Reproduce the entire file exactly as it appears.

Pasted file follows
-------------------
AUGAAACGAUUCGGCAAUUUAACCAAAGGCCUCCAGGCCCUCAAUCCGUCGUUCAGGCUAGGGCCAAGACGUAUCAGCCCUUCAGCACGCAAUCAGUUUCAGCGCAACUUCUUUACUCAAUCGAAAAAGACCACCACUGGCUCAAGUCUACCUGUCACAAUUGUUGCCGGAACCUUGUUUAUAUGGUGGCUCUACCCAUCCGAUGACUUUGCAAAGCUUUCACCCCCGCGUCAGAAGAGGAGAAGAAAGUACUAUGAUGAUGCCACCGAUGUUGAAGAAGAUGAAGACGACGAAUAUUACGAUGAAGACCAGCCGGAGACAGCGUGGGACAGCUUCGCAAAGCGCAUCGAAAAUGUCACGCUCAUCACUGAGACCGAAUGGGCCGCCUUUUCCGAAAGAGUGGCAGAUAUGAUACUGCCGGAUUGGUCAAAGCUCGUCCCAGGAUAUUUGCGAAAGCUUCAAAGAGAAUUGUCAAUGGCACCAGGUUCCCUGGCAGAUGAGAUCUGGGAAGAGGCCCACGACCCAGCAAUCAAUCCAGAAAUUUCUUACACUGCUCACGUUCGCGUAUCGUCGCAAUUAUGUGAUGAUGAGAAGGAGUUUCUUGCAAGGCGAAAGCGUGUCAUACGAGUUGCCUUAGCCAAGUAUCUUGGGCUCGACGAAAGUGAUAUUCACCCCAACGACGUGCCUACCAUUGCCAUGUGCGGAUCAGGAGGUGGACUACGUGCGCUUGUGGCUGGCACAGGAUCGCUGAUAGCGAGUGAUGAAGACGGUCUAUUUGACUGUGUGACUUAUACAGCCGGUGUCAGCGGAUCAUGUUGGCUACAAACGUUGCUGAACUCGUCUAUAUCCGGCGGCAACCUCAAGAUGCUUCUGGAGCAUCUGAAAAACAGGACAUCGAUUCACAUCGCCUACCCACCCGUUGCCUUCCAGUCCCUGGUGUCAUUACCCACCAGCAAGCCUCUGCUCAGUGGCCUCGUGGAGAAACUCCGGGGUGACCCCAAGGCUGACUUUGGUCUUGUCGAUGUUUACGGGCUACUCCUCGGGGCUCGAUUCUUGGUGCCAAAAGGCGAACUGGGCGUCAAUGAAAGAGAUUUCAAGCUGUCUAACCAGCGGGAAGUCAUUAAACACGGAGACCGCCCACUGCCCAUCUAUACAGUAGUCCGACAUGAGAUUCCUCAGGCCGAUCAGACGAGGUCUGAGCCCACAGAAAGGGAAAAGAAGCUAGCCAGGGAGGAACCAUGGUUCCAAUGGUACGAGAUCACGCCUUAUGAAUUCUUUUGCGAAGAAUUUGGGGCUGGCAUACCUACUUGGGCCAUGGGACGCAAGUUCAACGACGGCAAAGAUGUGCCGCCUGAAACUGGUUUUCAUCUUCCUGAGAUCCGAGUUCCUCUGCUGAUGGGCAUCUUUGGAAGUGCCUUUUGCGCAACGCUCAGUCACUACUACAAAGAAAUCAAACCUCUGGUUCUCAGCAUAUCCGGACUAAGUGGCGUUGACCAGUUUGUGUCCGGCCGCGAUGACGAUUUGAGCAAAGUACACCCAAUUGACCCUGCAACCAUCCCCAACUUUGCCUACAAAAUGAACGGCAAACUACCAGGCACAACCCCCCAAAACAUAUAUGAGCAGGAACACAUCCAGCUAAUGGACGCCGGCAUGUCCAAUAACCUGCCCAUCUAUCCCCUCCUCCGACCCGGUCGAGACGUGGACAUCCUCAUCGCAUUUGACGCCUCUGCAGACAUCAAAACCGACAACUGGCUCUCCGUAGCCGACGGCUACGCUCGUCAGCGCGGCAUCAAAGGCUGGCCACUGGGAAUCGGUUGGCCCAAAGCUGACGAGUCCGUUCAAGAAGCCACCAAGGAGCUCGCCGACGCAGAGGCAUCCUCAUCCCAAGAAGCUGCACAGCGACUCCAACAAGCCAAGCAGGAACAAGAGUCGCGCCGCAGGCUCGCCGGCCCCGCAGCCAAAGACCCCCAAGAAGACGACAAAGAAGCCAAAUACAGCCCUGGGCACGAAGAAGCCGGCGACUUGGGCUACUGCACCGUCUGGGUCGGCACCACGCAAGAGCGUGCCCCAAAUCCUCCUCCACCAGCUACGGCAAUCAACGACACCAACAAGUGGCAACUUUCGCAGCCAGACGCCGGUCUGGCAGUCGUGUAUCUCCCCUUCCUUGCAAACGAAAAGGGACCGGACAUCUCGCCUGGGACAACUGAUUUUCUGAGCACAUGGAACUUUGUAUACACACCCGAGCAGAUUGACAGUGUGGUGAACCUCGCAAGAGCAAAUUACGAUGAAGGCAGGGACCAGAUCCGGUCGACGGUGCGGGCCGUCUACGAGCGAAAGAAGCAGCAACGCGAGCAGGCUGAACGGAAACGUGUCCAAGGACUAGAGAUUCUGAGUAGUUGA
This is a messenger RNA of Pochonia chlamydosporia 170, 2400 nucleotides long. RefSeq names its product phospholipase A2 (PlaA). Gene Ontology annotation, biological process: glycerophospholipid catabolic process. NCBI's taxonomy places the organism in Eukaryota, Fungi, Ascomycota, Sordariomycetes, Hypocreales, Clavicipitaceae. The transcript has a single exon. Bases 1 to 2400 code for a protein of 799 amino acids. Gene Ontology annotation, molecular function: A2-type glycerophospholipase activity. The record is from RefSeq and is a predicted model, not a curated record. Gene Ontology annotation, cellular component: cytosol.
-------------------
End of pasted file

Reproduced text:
AUGAAACGAUUCGGCAAUUUAACCAAAGGCCUCCAGGCCCUCAAUCCGUCGUUCAGGCUAGGGCCAAGACGUAUCAGCCCUUCAGCACGCAAUCAGUUUCAGCGCAACUUCUUUACUCAAUCGAAAAAGACCACCACUGGCUCAAGUCUACCUGUCACAAUUGUUGCCGGAACCUUGUUUAUAUGGUGGCUCUACCCAUCCGAUGACUUUGCAAAGCUUUCACCCCCGCGUCAGAAGAGGAGAAGAAAGUACUAUGAUGAUGCCACCGAUGUUGAAGAAGAUGAAGACGACGAAUAUUACGAUGAAGACCAGCCGGAGACAGCGUGGGACAGCUUCGCAAAGCGCAUCGAAAAUGUCACGCUCAUCACUGAGACCGAAUGGGCCGCCUUUUCCGAAAGAGUGGCAGAUAUGAUACUGCCGGAUUGGUCAAAGCUCGUCCCAGGAUAUUUGCGAAAGCUUCAAAGAGAAUUGUCAAUGGCACCAGGUUCCCUGGCAGAUGAGAUCUGGGAAGAGGCCCACGACCCAGCAAUCAAUCCAGAAAUUUCUUACACUGCUCACGUUCGCGUAUCGUCGCAAUUAUGUGAUGAUGAGAAGGAGUUUCUUGCAAGGCGAAAGCGUGUCAUACGAGUUGCCUUAGCCAAGUAUCUUGGGCUCGACGAAAGUGAUAUUCACCCCAACGACGUGCCUACCAUUGCCAUGUGCGGAUCAGGAGGUGGACUACGUGCGCUUGUGGCUGGCACAGGAUCGCUGAUAGCGAGUGAUGAAGACGGUCUAUUUGACUGUGUGACUUAUACAGCCGGUGUCAGCGGAUCAUGUUGGCUACAAACGUUGCUGAACUCGUCUAUAUCCGGCGGCAACCUCAAGAUGCUUCUGGAGCAUCUGAAAAACAGGACAUCGAUUCACAUCGCCUACCCACCCGUUGCCUUCCAGUCCCUGGUGUCAUUACCCACCAGCAAGCCUCUGCUCAGUGGCCUCGUGGAGAAACUCCGGGGUGACCCCAAGGCUGACUUUGGUCUUGUCGAUGUUUACGGGCUACUCCUCGGGGCUCGAUUCUUGGUGCCAAAAGGCGAACUGGGCGUCAAUGAAAGAGAUUUCAAGCUGUCUAACCAGCGGGAAGUCAUUAAACACGGAGACCGCCCACUGCCCAUCUAUACAGUAGUCCGACAUGAGAUUCCUCAGGCCGAUCAGACGAGGUCUGAGCCCACAGAAAGGGAAAAGAAGCUAGCCAGGGAGGAACCAUGGUUCCAAUGGUACGAGAUCACGCCUUAUGAAUUCUUUUGCGAAGAAUUUGGGGCUGGCAUACCUACUUGGGCCAUGGGACGCAAGUUCAACGACGGCAAAGAUGUGCCGCCUGAAACUGGUUUUCAUCUUCCUGAGAUCCGAGUUCCUCUGCUGAUGGGCAUCUUUGGAAGUGCCUUUUGCGCAACGCUCAGUCACUACUACAAAGAAAUCAAACCUCUGGUUCUCAGCAUAUCCGGACUAAGUGGCGUUGACCAGUUUGUGUCCGGCCGCGAUGACGAUUUGAGCAAAGUACACCCAAUUGACCCUGCAACCAUCCCCAACUUUGCCUACAAAAUGAACGGCAAACUACCAGGCACAACCCCCCAAAACAUAUAUGAGCAGGAACACAUCCAGCUAAUGGACGCCGGCAUGUCCAAUAACCUGCCCAUCUAUCCCCUCCUCCGACCCGGUCGAGACGUGGACAUCCUCAUCGCAUUUGACGCCUCUGCAGACAUCAAAACCGACAACUGGCUCUCCGUAGCCGACGGCUACGCUCGUCAGCGCGGCAUCAAAGGCUGGCCACUGGGAAUCGGUUGGCCCAAAGCUGACGAGUCCGUUCAAGAAGCCACCAAGGAGCUCGCCGACGCAGAGGCAUCCUCAUCCCAAGAAGCUGCACAGCGACUCCAACAAGCCAAGCAGGAACAAGAGUCGCGCCGCAGGCUCGCCGGCCCCGCAGCCAAAGACCCCCAAGAAGACGACAAAGAAGCCAAAUACAGCCCUGGGCACGAAGAAGCCGGCGACUUGGGCUACUGCACCGUCUGGGUCGGCACCACGCAAGAGCGUGCCCCAAAUCCUCCUCCACCAGCUACGGCAAUCAACGACACCAACAAGUGGCAACUUUCGCAGCCAGACGCCGGUCUGGCAGUCGUGUAUCUCCCCUUCCUUGCAAACGAAAAGGGACCGGACAUCUCGCCUGGGACAACUGAUUUUCUGAGCACAUGGAACUUUGUAUACACACCCGAGCAGAUUGACAGUGUGGUGAACCUCGCAAGAGCAAAUUACGAUGAAGGCAGGGACCAGAUCCGGUCGACGGUGCGGGCCGUCUACGAGCGAAAGAAGCAGCAACGCGAGCAGGCUGAACGGAAACGUGUCCAAGGACUAGAGAUUCUGAGUAGUUGA
This is a messenger RNA of Pochonia chlamydosporia 170, 2400 nucleotides long. RefSeq names its product phospholipase A2 (PlaA). Gene Ontology annotation, biological process: glycerophospholipid catabolic process. NCBI's taxonomy places the organism in Eukaryota, Fungi, Ascomycota, Sordariomycetes, Hypocreales, Clavicipitaceae. The transcript has a single exon. Bases 1 to 2400 code for a protein of 799 amino acids. Gene Ontology annotation, molecular function: A2-type glycerophospholipase activity. The record is from RefSeq and is a predicted model, not a curated record. Gene Ontology annotation, cellular component: cytosol.